road from Chattanooga to Atlanta. I will confer with Donaldson further on my return to Nashville. He must keep accurate invoices of whatever he furnishes, with the view of an after settlement. I will be with you about the end of next week.
GEO. H. THOMAS,
OFFICE OF INSPECTOR-GENERAL OF FORTIFICATIONS,
MILITARY DIVISION OF THE MISSISSIPPI,
Nashville, Tenn., June 10, 1865.
Major General GEORGE H. THOMAS,
Commanding Mil. Div. of the Miss. West of the Alleghany Mountains:
I have the honor to submit the following inspection report upon the defenses of Huntsville and Decatur, and the railroad line thence to Nashville, including also Gallatin and Dalton:
The redoubt at this place, essentially a square of 180 feet sides, is situated on the highest ground within the city limits. It seems into the occupied portion of the city and beyond. Portions of the hill are steep and cannot be swept, especially toward the town, but within canister range the fire is generally good. I hill, distant three-quarters of a mile, is higher than the side of this redoubt. From this position the fort is not defiladed. A traverse should have been constructed across the work for this purpose. The site of the redoubt is rocky, so that the ditch excavation is but partial, and therefore little or no obstacle. The parapet is nearly ten feet thick and the command is good. Though the work has never been completed, it is in a defensive condition. A small portion of the parapet has not been raised to its full height. There are gates at the entrance, and a leaky magazine within, which acts in some measure as a small traverse. Around the work is an inclined palisade or fraise, a feeble obstacle, and the remains of a cedar abatis. This abatis was an excellent obstacle, much superior to the fraise. Since Hood's invasion no progress has been made on this fort. In order to make it suitable for a permanent construction the parapet should be completed (this will require little labor), and a good magazine built with its opening toward the low ground. The banquette should be neatly formed and finished and the platforms which were roughly made railed in a more workmanlike manner. A small block-house within the works would be a proper addition, as the ditch is no obstacle to assaulting troops. Otherwise it would be proper to blast out the ditch and revest the scarp with dry stone. The building of a small keep, an octagon of twelve feet sides, would be the simpler operation of the two. As Huntsville will doubtless be permanently occupied, the troops at this place should be called upon to complete the fort. There are at present nine field guns in the work, seven of which are on platforms. A single field battery will be sufficient for the permanent armament. It is probable that Huntsville will require for the peace establishment one artillery and one infantry company.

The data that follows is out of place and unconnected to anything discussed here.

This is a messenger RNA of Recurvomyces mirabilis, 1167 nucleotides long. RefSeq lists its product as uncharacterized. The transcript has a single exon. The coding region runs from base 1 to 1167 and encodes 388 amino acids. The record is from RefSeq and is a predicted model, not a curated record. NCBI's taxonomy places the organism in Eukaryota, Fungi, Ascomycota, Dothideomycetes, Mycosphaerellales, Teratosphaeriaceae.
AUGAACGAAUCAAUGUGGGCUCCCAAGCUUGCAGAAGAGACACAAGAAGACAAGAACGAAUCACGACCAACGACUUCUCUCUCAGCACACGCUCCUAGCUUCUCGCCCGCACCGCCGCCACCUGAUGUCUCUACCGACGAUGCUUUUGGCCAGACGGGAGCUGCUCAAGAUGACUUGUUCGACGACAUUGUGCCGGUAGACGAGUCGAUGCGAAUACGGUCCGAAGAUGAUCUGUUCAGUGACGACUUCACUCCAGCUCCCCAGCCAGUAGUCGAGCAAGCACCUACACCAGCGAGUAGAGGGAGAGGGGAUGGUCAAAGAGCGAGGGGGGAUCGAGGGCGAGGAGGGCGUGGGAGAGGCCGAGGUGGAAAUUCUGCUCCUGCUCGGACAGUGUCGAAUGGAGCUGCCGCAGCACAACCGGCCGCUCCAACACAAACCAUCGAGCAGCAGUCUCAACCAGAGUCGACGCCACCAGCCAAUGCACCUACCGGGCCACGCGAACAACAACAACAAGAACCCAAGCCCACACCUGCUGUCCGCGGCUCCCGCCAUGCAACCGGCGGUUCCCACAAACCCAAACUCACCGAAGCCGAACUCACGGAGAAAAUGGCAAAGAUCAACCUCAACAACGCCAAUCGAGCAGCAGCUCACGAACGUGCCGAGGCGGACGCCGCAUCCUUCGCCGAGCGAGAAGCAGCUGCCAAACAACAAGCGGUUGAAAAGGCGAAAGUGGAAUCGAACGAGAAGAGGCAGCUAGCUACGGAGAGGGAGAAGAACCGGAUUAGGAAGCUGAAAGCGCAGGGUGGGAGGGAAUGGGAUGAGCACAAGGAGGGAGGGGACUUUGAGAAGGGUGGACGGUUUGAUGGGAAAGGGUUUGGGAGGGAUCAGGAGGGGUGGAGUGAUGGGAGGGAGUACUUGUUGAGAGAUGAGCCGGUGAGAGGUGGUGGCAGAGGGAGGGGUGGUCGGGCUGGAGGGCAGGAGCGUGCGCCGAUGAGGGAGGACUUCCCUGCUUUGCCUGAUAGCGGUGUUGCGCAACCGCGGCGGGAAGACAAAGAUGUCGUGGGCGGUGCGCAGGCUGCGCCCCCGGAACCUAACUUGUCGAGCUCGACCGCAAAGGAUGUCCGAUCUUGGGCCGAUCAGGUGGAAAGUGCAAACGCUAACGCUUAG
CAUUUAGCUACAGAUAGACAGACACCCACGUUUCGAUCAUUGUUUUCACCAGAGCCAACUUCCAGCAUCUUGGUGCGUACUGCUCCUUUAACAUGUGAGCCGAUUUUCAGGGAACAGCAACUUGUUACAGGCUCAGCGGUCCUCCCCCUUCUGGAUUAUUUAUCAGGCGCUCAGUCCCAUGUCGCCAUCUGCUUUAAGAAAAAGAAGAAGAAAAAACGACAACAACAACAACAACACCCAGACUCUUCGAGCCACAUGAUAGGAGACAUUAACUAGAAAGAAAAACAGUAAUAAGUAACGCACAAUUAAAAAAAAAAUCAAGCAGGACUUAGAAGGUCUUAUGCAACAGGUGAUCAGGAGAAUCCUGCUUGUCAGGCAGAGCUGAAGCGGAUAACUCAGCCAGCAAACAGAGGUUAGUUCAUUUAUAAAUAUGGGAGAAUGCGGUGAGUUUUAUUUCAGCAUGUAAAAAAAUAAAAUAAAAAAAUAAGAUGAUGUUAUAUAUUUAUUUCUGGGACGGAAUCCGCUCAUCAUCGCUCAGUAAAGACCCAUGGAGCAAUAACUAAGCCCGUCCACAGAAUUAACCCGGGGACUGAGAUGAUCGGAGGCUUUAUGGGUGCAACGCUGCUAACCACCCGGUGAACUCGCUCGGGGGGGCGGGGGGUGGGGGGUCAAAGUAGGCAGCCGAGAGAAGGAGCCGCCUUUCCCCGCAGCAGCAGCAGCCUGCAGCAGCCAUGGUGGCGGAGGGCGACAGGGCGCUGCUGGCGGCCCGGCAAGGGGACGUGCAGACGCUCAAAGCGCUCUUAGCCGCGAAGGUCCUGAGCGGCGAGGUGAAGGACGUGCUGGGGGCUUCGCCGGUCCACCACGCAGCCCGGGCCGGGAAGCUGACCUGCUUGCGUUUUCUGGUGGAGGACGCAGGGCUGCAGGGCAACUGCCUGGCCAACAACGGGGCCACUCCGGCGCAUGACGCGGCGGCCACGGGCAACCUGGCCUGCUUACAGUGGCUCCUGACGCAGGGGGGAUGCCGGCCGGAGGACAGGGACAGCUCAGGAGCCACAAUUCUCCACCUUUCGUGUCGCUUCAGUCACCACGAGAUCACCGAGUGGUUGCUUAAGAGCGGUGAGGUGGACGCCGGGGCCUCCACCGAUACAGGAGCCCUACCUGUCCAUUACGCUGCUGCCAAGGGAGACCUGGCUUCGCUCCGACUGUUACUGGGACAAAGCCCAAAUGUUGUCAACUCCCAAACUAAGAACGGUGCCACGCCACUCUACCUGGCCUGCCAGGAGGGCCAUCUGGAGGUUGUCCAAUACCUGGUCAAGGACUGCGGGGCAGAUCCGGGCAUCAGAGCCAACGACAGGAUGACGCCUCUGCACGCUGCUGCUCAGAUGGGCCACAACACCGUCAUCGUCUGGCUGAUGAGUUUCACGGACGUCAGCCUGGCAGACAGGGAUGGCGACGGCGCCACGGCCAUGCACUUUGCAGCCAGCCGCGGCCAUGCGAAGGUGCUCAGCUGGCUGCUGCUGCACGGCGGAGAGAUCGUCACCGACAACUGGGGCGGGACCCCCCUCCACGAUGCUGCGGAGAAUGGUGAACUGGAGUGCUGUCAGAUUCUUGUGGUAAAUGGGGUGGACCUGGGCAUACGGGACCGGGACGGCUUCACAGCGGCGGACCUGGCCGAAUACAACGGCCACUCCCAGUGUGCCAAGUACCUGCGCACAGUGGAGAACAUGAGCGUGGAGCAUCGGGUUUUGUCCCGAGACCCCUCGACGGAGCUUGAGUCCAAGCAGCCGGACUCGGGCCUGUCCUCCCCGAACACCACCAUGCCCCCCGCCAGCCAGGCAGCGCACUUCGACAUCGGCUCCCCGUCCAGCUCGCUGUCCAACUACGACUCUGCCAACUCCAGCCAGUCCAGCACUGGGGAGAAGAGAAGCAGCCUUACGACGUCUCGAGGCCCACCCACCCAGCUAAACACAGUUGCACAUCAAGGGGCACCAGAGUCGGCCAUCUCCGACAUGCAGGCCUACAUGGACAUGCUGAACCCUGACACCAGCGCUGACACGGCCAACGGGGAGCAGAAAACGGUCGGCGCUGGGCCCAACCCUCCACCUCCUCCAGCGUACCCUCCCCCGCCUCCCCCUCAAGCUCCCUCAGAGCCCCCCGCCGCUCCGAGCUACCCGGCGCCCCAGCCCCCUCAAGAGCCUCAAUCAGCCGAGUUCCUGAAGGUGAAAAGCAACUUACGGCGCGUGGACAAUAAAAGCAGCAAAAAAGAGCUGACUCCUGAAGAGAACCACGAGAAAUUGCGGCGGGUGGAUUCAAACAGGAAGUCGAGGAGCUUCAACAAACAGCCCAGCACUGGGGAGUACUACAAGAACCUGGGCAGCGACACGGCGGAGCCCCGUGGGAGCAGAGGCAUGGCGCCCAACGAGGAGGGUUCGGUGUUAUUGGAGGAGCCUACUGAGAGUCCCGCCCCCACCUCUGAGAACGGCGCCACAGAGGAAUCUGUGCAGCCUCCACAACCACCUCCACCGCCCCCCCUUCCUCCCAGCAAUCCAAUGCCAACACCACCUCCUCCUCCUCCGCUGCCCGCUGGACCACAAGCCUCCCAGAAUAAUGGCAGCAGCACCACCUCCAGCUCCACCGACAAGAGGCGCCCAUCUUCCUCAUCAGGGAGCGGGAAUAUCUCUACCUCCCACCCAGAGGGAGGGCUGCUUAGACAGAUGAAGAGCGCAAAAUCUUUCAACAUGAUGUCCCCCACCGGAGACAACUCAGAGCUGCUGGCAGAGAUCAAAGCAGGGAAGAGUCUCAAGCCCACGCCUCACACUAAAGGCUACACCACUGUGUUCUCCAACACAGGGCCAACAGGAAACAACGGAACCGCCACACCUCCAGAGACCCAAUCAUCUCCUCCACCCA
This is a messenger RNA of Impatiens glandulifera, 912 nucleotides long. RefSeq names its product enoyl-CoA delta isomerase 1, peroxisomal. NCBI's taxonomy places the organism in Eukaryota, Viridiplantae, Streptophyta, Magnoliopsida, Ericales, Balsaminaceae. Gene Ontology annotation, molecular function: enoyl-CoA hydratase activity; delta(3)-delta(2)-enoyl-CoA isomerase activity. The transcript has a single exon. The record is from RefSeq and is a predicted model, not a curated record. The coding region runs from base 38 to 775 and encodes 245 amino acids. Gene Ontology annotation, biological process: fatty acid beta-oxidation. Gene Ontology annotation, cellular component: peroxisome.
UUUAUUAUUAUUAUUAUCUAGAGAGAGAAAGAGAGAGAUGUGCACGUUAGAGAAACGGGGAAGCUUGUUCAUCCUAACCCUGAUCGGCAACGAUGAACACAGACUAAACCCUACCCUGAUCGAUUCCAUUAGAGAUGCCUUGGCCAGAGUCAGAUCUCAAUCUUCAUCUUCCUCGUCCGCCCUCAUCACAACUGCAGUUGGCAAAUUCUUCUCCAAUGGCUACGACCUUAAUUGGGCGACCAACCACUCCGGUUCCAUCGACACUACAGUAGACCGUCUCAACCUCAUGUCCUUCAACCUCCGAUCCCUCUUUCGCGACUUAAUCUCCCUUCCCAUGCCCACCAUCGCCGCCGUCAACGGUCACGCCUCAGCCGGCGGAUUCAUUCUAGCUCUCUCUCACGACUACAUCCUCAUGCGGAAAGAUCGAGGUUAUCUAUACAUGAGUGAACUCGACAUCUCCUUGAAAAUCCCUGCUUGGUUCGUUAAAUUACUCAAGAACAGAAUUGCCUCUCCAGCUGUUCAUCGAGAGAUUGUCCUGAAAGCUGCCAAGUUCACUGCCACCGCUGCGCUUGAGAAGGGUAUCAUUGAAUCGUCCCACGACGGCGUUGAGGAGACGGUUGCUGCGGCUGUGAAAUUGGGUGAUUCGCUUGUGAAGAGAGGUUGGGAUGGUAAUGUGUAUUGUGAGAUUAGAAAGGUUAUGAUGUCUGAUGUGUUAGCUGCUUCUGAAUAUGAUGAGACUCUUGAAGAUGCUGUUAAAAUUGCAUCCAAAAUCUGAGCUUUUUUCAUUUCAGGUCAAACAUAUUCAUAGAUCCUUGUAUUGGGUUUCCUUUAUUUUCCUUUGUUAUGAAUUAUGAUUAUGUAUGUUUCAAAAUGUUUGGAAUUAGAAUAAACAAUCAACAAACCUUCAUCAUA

Rests upon the Tennessee. Though formerly a place of importance as the junction of the Memphis and Charleston with the Decatur and Nashville roads, it now has few inhabitants. Its limits are very small.
62 R R-VOL XLIX, PT II